The Mass Effect 3 demo stream shows off some new elements of combat. The first one is Shepherd’s omniblade. Much like an assassination in Halo Reach, Shepherd will be able to attack enemies head on or from behind and hit them with a sharp-looking attack. It won’t always kill, but can do massive damage. And I mean, you just don’t want to run into the middle of a firefight hoping your omniblade is the key to victory; only fools rush in. With improved cover techniques, you’ll be able to use stealth much better than the past games to sneak around enemies and either assassinate them or just completely pass by them. A couple more action-specific items of note is the inclusion of grenades. Grenades are nice when it’s not the start of a CoD deathmatch, so it’ll be nice to have a little something extra to clear the room. And, there will be much more detailed weapon customization. Unlike ME2, you’ll be able to customize your choice of gun to make it do just what you want it to do in terms of reloading, rate of fire, etc.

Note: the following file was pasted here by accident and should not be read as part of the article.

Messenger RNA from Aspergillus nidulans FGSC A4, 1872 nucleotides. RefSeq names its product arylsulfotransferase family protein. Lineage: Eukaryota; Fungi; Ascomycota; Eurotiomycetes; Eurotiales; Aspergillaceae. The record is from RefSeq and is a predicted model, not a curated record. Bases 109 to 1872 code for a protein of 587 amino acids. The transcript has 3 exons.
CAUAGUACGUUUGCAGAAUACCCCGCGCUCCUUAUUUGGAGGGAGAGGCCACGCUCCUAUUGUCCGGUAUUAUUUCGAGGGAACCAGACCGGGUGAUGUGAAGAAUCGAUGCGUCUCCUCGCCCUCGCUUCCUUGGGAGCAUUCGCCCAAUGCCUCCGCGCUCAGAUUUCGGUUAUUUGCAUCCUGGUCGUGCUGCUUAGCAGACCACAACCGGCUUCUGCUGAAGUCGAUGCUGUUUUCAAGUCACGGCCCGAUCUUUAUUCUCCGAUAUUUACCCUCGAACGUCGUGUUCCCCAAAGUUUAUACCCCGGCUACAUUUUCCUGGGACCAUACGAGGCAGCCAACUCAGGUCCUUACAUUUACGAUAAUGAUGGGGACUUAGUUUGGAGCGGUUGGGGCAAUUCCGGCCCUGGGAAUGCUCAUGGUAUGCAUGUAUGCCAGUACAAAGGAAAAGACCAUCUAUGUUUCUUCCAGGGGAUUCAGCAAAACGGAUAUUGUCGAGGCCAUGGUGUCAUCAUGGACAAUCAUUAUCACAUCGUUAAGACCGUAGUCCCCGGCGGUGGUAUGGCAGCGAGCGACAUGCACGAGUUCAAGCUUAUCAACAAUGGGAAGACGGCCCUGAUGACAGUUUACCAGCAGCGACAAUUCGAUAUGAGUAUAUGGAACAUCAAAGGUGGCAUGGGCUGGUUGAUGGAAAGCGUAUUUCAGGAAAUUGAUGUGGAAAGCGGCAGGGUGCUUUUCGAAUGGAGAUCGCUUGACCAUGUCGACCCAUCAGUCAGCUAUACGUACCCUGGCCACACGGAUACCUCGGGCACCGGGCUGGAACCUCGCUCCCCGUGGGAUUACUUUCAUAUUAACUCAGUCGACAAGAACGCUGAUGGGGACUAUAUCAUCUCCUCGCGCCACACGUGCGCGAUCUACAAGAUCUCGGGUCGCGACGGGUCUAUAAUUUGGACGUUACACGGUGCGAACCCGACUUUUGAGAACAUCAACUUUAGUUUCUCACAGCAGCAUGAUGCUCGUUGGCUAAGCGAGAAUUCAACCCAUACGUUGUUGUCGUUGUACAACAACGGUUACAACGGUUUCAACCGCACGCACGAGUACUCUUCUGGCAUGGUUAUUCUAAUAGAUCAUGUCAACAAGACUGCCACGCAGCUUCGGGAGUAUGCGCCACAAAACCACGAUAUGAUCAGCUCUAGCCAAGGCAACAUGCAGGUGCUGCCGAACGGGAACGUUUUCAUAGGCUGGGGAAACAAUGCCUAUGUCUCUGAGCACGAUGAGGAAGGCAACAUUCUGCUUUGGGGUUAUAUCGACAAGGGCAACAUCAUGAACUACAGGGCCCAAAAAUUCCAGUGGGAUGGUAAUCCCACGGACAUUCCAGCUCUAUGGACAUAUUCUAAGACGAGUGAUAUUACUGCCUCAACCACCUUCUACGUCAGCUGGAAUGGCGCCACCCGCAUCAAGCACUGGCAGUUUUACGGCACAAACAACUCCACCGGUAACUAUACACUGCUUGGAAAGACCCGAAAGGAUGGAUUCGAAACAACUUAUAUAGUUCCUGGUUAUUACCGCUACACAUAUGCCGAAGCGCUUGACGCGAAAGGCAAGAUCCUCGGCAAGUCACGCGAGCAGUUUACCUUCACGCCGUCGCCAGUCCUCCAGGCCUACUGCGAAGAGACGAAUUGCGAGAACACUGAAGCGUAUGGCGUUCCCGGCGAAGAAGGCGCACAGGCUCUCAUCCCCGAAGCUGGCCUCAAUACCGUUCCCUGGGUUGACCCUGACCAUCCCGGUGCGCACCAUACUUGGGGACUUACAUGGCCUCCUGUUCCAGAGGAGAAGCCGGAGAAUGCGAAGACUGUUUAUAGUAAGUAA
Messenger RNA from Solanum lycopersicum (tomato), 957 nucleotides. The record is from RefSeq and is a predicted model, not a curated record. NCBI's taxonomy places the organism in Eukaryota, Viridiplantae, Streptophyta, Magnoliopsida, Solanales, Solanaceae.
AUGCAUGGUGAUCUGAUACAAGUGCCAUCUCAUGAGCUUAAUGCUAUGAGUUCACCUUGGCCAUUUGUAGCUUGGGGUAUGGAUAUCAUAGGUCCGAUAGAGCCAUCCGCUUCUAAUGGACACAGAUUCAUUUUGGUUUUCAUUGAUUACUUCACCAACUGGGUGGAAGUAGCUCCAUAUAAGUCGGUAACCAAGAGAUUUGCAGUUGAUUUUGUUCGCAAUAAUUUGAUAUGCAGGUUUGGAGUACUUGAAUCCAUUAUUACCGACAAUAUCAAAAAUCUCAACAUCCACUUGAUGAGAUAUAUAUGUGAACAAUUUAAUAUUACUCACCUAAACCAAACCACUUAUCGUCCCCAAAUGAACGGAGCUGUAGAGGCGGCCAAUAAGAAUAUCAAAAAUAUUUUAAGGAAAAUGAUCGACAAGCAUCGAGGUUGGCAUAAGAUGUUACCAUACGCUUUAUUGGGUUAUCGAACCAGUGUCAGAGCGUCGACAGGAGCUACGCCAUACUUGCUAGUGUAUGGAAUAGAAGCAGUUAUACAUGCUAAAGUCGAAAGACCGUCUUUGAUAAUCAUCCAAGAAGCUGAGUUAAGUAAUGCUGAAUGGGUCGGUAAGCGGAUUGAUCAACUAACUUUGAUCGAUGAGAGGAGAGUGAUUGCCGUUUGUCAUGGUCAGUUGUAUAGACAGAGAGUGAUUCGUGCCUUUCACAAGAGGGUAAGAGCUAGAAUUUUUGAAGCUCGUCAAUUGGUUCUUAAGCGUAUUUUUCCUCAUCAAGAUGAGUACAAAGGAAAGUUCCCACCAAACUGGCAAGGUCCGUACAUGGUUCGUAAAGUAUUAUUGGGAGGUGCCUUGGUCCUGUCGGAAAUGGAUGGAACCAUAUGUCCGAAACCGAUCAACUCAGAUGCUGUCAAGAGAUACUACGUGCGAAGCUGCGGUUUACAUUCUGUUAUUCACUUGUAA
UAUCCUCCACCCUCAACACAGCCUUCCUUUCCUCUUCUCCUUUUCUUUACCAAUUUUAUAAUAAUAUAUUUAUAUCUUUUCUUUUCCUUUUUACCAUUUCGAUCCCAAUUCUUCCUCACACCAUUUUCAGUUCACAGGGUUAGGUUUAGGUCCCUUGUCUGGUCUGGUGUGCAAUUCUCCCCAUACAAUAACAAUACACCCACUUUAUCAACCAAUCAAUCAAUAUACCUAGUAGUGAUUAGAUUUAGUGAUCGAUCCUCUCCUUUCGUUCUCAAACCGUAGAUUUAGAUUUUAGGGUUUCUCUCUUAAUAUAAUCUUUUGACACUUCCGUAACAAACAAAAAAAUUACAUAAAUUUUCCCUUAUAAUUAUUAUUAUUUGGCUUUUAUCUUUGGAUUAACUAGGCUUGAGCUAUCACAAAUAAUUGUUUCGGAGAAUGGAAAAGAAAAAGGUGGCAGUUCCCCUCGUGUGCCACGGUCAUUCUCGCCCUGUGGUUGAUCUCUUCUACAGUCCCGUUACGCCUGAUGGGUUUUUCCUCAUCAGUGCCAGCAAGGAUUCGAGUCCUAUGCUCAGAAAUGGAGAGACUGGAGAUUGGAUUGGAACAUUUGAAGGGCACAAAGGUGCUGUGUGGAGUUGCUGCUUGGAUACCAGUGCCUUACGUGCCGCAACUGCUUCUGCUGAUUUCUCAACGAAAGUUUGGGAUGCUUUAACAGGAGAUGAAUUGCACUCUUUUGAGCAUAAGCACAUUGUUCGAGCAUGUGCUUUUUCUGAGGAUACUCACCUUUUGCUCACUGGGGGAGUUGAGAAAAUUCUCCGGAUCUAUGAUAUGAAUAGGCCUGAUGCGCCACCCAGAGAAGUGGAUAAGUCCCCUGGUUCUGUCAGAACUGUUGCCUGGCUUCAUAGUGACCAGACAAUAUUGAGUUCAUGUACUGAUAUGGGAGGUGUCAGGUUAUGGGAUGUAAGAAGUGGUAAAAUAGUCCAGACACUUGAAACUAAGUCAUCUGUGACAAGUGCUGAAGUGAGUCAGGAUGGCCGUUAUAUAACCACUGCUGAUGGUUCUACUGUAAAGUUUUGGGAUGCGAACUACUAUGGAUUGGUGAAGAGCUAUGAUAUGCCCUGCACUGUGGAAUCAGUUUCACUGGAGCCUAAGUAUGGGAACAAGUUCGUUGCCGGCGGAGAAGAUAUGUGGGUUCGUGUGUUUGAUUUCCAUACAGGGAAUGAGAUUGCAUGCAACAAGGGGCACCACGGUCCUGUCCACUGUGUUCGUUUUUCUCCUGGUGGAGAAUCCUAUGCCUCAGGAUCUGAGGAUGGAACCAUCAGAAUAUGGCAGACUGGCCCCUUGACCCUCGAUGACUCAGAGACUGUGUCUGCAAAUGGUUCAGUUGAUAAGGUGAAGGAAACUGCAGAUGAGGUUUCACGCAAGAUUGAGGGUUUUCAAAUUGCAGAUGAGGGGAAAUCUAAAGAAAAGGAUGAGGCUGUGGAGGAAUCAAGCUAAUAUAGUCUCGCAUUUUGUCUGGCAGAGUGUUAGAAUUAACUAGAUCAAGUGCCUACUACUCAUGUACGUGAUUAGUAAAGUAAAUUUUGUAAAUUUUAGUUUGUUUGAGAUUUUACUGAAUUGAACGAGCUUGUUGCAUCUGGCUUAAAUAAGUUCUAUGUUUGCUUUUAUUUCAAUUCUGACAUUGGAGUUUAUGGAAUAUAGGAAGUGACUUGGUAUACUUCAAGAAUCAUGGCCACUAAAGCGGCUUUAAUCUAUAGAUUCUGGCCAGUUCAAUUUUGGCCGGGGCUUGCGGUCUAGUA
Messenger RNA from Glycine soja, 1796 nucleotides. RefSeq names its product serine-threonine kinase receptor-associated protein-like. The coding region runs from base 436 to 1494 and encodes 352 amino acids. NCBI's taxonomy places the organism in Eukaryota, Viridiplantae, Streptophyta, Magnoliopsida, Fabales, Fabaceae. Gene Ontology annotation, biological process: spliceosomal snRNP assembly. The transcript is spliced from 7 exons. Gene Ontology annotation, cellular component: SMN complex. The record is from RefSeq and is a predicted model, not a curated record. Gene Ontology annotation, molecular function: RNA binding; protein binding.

Mass Effect 2 is an awesome game and deserved any Game of the Year honors it got, but the action in the game did consist of the same kind of structure. Cover, shoot, use bionic abilities, use Unity, etc. While it’s in no way, shape or form a potential deal breaker for me, I’d like to see just a bit more variety in action sequences for Mass Effect 3.
Time to Go Save a Planet: